Wednesday, September 7, 2011

Islamic Slavery, Part 2

Islamic slavery has been the most horrible yet the little known slavery in history. So, author M. A. Khan decided to publish the chapter "Islamic Slavery" from his book, "Islamic Jihad: A Legacy of Forced Conversion, Imperialism and Slavery". This part discusses Slavery in the Ancient World. While the Christian Europe and now Islamic civilizations are being condemned for slavery, the practice was common in all ancient civilizations, which warrants a brief discussion here. (Part 1; Part 3)


Slavery was not an Islamic invention, nor did Islam have a monopoly in it. Likely originated in the age of savagery, slavery had been a prominent feature of all major civilizations throughout recorded history. Slavery existed in Babylonia and Mesopotamia, and was prevalent in ancient Egypt, Greece and Rome before the advent of Christianity. Slavery is approved in Christian scriptures and was practiced in the medieval Christendom.

Ancient Egypt. In ancient Egypt, slaves provided the labor-force in the construction of Pyramids. According to famous Greek traveler Herodotus (484–425 BCE), some 100,000 slaves worked for twenty years in the construction of the Great Pyramid at Giza, one of the seven wonders of the ancient world, built by Cheops, a Pharaoh of Egypt’s Old Kingdom (r. 25892566 BCE).[1] Recorded from legendary accounts, this figure was obviously an exaggeration. It, nonetheless, informs us that slaves were used in large numbers in such ventures in those times. Pharaohs in Egypt used to capture slaves in wars or purchase them from foreign lands. They were the property of the state, not of private citizens, but were often presented as gifts to generals and priests.

Ancient Greece. In the ancient city states of Greece, namely Athens and Sparta, slavery was integrated into the socio-economic and political system. Alongside the free citizens and foreigners, there were the helots: the slave class, working as serfs in agricultural and other menial activities. This, assume many scholars, allowed the elites and free citizens to engage themselves in intellectual pursuits among other activities, likely contributing to the stunning intellectual, political, scientific and literary achievements of classical Greece. The bulk of the Greek peasants did not own lands and had to give away a large proportion of their crop to landlords. As a result, they fell into debt and ultimately offered themselves as slaves, forming the helot class. At one point, Athens is said to have had a staggering 460,000 slaves against only 2,100 free citizens. Slaves were treated mildly in Athens compared to those in Sparta. Later, the constitution of Draco (621 BCE) and the laws of Solon (638–558 BCE) made them property of the state, which improved their condition. The decree of Solon also banned enslavement because of debts. The slaves now possessed some basic rights and could not be put to death except by the state.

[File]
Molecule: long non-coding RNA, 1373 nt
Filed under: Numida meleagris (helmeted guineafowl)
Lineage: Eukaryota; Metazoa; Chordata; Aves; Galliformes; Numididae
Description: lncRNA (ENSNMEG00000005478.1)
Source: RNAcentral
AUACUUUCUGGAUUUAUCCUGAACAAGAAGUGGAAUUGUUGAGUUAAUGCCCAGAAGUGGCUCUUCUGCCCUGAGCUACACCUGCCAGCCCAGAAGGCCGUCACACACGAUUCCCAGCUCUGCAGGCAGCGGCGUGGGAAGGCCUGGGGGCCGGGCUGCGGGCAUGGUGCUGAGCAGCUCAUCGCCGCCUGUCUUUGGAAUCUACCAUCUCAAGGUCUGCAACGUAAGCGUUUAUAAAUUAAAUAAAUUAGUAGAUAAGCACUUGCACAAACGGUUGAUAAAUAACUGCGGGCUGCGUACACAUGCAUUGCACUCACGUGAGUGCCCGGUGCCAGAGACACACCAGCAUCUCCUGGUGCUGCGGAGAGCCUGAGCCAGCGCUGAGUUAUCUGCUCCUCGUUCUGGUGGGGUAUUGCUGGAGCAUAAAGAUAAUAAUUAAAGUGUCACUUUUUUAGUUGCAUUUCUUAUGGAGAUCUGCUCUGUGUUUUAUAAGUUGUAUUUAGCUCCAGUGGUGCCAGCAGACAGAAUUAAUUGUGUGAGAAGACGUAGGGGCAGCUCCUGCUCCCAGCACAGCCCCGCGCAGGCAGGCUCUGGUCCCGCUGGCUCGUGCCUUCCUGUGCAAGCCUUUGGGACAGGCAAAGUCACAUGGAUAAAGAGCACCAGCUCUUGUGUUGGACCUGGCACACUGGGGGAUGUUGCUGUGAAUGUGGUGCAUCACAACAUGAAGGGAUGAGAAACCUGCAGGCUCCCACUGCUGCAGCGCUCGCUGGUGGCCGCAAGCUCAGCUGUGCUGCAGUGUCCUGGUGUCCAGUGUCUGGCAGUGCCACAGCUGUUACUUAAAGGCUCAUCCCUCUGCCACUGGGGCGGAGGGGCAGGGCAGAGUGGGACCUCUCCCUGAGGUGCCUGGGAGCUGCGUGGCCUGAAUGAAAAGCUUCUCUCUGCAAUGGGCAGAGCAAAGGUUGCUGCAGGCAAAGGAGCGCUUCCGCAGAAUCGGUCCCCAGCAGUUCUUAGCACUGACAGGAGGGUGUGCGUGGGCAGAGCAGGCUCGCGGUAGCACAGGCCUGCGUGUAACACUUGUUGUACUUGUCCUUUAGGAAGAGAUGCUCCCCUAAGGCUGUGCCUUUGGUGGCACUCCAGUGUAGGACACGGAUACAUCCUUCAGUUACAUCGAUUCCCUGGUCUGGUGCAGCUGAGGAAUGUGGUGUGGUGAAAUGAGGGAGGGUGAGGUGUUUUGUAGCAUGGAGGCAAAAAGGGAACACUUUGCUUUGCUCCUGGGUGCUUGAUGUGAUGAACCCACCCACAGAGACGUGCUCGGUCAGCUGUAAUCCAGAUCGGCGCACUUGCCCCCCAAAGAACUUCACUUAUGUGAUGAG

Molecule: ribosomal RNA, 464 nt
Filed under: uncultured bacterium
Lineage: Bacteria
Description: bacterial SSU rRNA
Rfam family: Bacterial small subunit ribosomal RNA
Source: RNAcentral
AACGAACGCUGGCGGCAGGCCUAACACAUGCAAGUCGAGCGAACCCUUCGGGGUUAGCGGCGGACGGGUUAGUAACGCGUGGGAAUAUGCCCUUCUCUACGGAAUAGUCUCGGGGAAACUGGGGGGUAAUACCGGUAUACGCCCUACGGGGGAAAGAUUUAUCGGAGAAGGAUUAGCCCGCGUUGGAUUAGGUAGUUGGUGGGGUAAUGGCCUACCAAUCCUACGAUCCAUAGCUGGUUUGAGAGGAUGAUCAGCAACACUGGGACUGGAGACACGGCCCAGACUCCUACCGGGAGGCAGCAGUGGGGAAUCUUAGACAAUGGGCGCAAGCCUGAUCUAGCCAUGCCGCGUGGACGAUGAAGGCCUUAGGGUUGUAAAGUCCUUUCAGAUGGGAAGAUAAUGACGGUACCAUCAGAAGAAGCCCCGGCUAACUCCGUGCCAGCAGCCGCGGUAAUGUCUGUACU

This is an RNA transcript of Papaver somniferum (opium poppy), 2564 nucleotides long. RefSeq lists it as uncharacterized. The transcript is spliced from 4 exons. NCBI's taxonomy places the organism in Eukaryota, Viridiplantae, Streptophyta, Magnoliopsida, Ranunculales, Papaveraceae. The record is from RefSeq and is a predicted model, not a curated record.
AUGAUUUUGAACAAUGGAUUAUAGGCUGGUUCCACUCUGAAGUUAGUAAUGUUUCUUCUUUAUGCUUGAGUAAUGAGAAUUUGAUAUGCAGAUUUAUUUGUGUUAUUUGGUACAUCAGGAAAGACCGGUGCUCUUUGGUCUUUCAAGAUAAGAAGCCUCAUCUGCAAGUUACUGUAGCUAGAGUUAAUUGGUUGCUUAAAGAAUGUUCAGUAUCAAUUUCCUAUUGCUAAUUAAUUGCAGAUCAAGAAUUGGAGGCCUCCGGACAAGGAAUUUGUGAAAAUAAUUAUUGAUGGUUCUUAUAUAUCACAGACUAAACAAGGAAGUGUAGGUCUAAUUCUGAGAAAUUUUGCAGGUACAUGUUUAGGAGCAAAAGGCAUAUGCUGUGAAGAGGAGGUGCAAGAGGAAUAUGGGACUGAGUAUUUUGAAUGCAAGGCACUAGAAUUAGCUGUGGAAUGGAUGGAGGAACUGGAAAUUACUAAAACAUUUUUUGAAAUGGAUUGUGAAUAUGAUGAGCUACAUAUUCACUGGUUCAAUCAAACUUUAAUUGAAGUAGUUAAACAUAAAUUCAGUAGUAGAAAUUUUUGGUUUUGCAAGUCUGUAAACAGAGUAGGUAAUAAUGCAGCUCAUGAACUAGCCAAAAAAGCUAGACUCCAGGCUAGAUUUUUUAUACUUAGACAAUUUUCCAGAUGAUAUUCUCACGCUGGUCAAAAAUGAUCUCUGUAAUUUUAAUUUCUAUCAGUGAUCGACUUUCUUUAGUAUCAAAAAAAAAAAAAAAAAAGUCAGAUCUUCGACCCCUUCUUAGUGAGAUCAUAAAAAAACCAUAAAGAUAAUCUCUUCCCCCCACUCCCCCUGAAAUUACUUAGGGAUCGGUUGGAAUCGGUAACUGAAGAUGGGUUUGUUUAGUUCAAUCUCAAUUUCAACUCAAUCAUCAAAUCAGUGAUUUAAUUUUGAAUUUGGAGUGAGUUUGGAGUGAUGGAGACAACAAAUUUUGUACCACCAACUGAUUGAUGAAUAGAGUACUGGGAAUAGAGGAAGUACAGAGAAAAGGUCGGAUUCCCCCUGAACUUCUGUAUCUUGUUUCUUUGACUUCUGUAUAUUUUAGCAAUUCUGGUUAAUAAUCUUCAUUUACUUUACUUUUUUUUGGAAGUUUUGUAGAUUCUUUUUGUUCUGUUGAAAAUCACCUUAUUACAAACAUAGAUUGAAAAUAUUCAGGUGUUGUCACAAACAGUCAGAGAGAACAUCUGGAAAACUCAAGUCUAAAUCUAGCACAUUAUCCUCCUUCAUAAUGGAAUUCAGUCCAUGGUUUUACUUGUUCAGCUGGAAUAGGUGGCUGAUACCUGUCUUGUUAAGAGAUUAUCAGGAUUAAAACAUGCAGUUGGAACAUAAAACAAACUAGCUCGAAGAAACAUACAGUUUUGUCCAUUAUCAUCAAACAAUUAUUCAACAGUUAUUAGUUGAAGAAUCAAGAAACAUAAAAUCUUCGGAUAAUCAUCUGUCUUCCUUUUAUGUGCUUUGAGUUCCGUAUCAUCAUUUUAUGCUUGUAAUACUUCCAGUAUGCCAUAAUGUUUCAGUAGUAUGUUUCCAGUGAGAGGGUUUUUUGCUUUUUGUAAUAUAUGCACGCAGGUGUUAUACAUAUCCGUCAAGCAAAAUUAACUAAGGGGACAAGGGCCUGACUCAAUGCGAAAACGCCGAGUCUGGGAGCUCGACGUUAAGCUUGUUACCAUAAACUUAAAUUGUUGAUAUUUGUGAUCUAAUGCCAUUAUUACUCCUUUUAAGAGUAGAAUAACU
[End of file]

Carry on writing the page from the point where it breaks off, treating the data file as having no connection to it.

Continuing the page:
Roman Empire. In the ancient Roman Republic and early Roman Empire, about 15–20 percent of the population were slaves.[2] During Emperor Augustus Caesar (r. 63 BCE–14 CE), one master, it is said, left behind 4,000 slaves.[3] Until the second century BCE, masters could legally kill a slave although occurred rarely. The Cornelian Law (82 BCE) forbade masters from killing a slave. The Petronian Law (32 BCE) forbade masters from forcing slaves into warfare. Under Emperor Claudius (r. 41–54 CE), if a master neglected the health of his slaves resulting in death, he was guilty of murder. Dio Chrysostom—a famous orator, writer, philosopher, and historian—had devoted two Discourses (14 and 15) delivered at the Forum condemning slavery during Emperor Trajan (r. 98–117 CE). De Clementia (1:18), authored by Seneca the Elder (c. 54 BCE–39 CE), records that masters—cruel to slaves—were publicly insulted. Later on, Emperor Hadrian (r. 117–138 CE) renewed the Cornelian and Petronian laws. Ulpian, a Stoic lawyer under Emperor Caracalla (r. 211–217 CE), made it illegal for parents to sell their children into slavery. Diocletian (r. 284–305 CE), the last notable Pagan Emperor of Rome, made it illegal for a creditor to enslave a debtor and for a man to sell himself into slavery for paying up a debt. Constantine the Great (r. 306–337 CE) prohibited the separation of family members during the distribution of slaves. Evidently, the condition of slaves was slowly improving in the pre-Christian Roman Empire.